China Eastern Airlines (00670.HK, 600115.CN, CEA.US) has high ambitions in the country’s burgeoning e-commerce market. The challenges it faces are more down to earth.
The good news is that the carrier is already China’s second biggest airline with a fleet of more than 500 passenger and cargo aircraft and an extensive network covering 1,000 domestic and international destinations. It has a simplified customs clearance procedure that allows it to zip cargo from point A to point B.
But that’s as good as it gets.
China Eastern is essentially wading into territory in which airlines have been limited to A2A (airport-to-airport) services. Last-mile delivery has been the domain of logistics and courier companies which control the market with an iron grip.
For perspective, Hainan Airlines (HNA, 600221.CN, 900945.CN) plunged into the business-to-consumer (B2C) market with a website named yoye in 2011. One year later, the operation was a fiasco, the initial investment having drained yoye’s cash flow. A crippling price war launched by competing logistics companies dealt the final blow.
That has not stopped China Eastern from pursuing its own B2C strategy. It plans to take advantage of a captive market — its own passengers — to sell its products and services on its eaemall website. It’s packed with offerings ranging from imported fruit, milk, meat and fresh food directly sourced from their countries of origin — scallops from Alaska, oat cakes from Italy.
With the domestic food market still reeling from a recent wave of contamination scandals, imported foodstuff is looking increasingly appealing to Chinese consumers.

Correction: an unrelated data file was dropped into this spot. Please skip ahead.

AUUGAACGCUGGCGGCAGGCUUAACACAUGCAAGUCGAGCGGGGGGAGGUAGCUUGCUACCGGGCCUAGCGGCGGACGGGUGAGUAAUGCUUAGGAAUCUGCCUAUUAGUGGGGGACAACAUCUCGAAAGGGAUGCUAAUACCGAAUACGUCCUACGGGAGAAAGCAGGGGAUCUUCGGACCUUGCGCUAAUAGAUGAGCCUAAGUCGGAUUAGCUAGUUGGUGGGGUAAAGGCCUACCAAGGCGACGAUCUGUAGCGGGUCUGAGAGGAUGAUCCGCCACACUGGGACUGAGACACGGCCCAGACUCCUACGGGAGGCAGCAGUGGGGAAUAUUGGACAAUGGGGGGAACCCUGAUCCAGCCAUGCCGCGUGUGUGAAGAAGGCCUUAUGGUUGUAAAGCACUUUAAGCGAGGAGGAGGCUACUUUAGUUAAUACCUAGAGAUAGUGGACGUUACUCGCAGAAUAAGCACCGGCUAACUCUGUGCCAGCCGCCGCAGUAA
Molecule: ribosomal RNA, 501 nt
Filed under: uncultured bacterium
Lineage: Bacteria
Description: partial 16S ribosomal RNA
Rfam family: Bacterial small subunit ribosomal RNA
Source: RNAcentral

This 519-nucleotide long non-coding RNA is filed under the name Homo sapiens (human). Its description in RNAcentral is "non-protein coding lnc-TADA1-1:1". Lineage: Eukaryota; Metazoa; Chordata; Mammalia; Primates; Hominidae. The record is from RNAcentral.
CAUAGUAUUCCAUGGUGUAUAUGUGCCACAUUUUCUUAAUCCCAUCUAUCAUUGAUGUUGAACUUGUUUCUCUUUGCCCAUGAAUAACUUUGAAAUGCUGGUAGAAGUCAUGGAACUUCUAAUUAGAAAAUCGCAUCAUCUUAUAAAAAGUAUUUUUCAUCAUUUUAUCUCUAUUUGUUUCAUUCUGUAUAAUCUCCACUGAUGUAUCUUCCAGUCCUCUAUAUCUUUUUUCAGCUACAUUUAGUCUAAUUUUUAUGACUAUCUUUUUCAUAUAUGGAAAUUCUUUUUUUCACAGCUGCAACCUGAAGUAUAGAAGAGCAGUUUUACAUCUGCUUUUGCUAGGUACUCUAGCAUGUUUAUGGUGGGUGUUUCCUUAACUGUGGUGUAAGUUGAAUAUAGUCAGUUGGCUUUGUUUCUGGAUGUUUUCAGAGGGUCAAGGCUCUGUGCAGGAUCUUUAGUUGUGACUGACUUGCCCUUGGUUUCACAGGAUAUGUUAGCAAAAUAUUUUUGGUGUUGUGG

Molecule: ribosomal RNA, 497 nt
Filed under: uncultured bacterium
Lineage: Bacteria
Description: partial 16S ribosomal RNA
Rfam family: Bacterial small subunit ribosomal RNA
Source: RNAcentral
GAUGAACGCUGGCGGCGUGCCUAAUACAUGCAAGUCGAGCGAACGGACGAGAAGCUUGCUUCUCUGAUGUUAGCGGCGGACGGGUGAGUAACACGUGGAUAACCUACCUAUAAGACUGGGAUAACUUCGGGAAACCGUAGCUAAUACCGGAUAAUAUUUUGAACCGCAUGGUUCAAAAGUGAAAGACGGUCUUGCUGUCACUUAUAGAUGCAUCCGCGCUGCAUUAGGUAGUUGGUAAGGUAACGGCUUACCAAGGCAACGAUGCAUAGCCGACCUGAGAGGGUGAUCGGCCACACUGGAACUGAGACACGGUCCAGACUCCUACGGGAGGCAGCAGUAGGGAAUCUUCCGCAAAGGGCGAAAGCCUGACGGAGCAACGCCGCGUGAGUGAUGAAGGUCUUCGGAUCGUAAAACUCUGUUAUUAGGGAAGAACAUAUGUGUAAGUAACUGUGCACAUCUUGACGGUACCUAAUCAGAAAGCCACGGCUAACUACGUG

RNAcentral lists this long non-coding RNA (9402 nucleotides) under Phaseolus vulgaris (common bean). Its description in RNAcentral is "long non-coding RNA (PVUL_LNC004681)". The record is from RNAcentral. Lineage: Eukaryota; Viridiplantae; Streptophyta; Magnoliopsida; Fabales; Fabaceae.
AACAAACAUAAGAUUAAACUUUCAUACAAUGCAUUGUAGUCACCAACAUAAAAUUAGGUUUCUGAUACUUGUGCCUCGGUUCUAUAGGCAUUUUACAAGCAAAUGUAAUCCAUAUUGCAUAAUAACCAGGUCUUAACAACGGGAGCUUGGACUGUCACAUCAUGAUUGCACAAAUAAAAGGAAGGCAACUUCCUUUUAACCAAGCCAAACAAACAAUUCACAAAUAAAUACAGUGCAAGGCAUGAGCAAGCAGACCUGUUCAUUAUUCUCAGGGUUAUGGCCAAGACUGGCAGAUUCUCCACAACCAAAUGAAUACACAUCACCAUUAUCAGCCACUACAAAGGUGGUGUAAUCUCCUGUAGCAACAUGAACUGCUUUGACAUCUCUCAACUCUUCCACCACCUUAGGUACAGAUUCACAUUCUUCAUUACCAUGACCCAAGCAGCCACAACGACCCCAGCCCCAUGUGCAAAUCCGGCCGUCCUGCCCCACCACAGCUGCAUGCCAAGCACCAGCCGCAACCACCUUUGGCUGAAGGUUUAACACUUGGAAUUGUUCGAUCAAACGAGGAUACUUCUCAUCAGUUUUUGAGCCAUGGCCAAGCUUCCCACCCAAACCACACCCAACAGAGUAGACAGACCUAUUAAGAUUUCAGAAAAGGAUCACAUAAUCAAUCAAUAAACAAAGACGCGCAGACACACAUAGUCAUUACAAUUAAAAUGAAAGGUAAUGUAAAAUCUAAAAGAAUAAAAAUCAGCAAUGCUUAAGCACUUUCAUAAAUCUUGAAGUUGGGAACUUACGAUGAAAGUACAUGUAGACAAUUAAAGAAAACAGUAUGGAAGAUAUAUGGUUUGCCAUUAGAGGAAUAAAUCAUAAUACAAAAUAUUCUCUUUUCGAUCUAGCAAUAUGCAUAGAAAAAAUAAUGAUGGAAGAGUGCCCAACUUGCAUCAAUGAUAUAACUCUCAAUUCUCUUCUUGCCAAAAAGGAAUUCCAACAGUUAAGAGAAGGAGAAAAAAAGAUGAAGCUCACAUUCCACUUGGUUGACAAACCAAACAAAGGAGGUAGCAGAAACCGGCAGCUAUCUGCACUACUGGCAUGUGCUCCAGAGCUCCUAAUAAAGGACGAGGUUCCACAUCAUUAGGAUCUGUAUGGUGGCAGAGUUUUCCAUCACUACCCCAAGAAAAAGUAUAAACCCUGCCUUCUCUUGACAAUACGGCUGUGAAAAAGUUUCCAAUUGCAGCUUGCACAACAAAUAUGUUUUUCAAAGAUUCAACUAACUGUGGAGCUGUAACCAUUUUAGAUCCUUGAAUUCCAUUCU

The airline is said to have poured millions into a ground logistics system to deliver goods to customers, primarily in Shanghai’s urban districts, where it will go head to head with more established rivals such as Shentong and SF Express.
That raises some serious questions about warehousing and the need for a nationwide distribution network. These boil down to one thing: there’s a world of difference between an airline and a courier.
Airlines are already a vital link in the e-commerce logistics chain but their role is limited to A2A delivery. Without solid grounding in storage, last-mile services and marketing, they are unlikely to compete in any meaningful way with incumbent players, analysts say.
Although there will be some fast learners, time is not on their side. The e-commerce market is growing faster than the companies can respond to it, forcing players to join forces to consolidate their market share and fend off newcomers.
China Eastern investors have more to worry about than whether its latest venture is going to fly. Closer to the ground, the company has turned out some dismal numbers — an 11.8 percent year on year fall in cargo and mail traffic revenue in the six months to June and shrinking cargo volume in September.
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